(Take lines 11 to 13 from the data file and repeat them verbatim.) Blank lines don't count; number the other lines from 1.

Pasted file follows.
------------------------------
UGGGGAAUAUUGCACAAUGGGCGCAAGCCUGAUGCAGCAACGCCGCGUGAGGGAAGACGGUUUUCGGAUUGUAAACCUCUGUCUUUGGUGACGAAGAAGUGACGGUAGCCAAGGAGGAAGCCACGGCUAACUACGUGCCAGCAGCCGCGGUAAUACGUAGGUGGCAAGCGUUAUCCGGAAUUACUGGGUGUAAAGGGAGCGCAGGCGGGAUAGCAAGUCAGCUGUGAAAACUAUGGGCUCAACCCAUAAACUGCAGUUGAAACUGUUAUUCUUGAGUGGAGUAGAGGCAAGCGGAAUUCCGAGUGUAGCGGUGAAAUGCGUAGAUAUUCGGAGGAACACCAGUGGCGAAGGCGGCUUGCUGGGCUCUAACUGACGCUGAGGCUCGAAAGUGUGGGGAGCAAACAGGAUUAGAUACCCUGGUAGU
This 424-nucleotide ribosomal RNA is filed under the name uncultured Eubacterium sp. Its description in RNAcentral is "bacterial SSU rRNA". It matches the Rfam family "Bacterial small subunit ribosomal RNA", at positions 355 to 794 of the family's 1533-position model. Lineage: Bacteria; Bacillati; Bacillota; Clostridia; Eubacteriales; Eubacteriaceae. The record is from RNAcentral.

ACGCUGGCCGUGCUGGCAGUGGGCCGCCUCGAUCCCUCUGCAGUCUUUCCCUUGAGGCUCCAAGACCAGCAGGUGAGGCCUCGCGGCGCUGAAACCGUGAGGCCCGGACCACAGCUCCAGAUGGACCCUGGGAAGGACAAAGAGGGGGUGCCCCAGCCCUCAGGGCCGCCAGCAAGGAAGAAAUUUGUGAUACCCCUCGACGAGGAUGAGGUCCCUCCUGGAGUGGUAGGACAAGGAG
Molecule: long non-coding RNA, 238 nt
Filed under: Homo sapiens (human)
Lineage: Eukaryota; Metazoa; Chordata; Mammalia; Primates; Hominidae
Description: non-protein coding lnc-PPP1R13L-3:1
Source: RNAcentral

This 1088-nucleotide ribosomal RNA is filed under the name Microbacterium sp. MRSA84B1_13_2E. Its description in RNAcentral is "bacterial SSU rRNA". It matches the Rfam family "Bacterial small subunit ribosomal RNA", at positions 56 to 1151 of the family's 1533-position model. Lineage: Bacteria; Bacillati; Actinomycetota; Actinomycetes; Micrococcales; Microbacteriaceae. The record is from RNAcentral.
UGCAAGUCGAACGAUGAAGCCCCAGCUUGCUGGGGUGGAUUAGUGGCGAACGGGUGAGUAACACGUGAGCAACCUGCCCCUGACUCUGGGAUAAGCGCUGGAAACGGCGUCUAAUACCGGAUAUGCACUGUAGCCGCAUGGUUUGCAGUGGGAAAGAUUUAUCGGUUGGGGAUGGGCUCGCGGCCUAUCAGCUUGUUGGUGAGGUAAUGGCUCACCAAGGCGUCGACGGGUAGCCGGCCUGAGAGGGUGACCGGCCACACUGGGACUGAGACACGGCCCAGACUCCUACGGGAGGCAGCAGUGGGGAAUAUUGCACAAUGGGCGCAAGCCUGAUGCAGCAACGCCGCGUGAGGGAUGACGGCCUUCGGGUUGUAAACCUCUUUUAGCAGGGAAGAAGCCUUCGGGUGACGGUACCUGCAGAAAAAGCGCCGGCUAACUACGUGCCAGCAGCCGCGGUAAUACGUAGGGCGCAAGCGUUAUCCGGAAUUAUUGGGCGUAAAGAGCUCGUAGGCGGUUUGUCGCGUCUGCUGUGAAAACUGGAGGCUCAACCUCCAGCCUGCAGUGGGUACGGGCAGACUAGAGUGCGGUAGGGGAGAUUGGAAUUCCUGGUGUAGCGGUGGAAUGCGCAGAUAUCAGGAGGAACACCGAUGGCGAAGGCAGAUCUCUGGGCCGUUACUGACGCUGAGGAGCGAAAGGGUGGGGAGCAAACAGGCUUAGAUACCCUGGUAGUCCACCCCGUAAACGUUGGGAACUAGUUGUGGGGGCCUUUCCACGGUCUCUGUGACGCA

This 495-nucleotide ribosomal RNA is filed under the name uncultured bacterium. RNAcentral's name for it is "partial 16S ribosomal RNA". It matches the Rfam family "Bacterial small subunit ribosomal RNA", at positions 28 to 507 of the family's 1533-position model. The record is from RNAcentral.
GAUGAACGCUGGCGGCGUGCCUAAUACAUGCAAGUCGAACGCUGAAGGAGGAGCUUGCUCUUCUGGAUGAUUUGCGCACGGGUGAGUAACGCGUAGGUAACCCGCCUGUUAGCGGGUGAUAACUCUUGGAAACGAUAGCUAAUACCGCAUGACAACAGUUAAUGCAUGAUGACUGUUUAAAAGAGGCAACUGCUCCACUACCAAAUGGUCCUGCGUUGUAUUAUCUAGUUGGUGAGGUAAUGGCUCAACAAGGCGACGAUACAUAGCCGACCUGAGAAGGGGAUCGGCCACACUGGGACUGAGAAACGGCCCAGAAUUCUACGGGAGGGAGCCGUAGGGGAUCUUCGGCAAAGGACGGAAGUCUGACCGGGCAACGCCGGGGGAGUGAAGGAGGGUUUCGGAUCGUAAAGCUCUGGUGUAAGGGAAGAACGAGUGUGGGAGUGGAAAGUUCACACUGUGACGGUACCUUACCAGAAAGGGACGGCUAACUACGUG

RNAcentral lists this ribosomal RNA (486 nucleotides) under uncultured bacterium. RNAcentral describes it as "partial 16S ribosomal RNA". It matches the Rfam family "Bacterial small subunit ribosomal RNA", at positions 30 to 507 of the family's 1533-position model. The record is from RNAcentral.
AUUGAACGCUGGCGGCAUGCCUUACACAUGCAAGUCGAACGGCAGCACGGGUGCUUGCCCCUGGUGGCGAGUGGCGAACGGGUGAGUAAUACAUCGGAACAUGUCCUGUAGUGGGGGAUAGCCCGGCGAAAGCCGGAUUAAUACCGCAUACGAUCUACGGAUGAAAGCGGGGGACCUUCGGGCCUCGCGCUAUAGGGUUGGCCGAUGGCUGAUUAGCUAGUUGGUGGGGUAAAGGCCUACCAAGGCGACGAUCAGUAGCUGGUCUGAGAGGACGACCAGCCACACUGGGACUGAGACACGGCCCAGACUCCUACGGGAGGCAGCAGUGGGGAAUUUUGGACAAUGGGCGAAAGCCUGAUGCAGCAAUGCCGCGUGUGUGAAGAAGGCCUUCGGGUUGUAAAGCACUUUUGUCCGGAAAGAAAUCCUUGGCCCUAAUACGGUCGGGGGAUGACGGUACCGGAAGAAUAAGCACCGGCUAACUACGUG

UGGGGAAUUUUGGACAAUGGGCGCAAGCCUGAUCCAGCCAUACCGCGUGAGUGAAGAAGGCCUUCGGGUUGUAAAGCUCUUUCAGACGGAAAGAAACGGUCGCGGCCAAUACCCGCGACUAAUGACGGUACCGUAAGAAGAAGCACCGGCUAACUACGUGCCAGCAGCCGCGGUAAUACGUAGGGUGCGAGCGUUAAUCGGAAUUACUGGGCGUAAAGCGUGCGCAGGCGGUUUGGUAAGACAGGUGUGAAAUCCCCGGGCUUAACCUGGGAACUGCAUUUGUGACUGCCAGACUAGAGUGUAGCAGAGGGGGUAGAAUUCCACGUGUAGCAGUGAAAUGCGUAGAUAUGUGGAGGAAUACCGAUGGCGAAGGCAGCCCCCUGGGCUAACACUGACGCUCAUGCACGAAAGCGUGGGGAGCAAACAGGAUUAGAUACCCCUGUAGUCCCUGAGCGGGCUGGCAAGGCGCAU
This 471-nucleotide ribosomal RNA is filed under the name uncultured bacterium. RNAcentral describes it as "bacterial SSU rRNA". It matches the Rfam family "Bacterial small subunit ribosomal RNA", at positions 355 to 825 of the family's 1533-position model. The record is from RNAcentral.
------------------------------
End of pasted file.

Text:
This 495-nucleotide ribosomal RNA is filed under the name uncultured bacterium. RNAcentral's name for it is "partial 16S ribosomal RNA". It matches the Rfam family "Bacterial small subunit ribosomal RNA", at positions 28 to 507 of the family's 1533-position model. The record is from RNAcentral.
GAUGAACGCUGGCGGCGUGCCUAAUACAUGCAAGUCGAACGCUGAAGGAGGAGCUUGCUCUUCUGGAUGAUUUGCGCACGGGUGAGUAACGCGUAGGUAACCCGCCUGUUAGCGGGUGAUAACUCUUGGAAACGAUAGCUAAUACCGCAUGACAACAGUUAAUGCAUGAUGACUGUUUAAAAGAGGCAACUGCUCCACUACCAAAUGGUCCUGCGUUGUAUUAUCUAGUUGGUGAGGUAAUGGCUCAACAAGGCGACGAUACAUAGCCGACCUGAGAAGGGGAUCGGCCACACUGGGACUGAGAAACGGCCCAGAAUUCUACGGGAGGGAGCCGUAGGGGAUCUUCGGCAAAGGACGGAAGUCUGACCGGGCAACGCCGGGGGAGUGAAGGAGGGUUUCGGAUCGUAAAGCUCUGGUGUAAGGGAAGAACGAGUGUGGGAGUGGAAAGUUCACACUGUGACGGUACCUUACCAGAAAGGGACGGCUAACUACGUG

RNAcentral lists this ribosomal RNA (486 nucleotides) under uncultured bacterium. RNAcentral describes it as "partial 16S ribosomal RNA". It matches the Rfam family "Bacterial small subunit ribosomal RNA", at positions 30 to 507 of the family's 1533-position model. The record is from RNAcentral.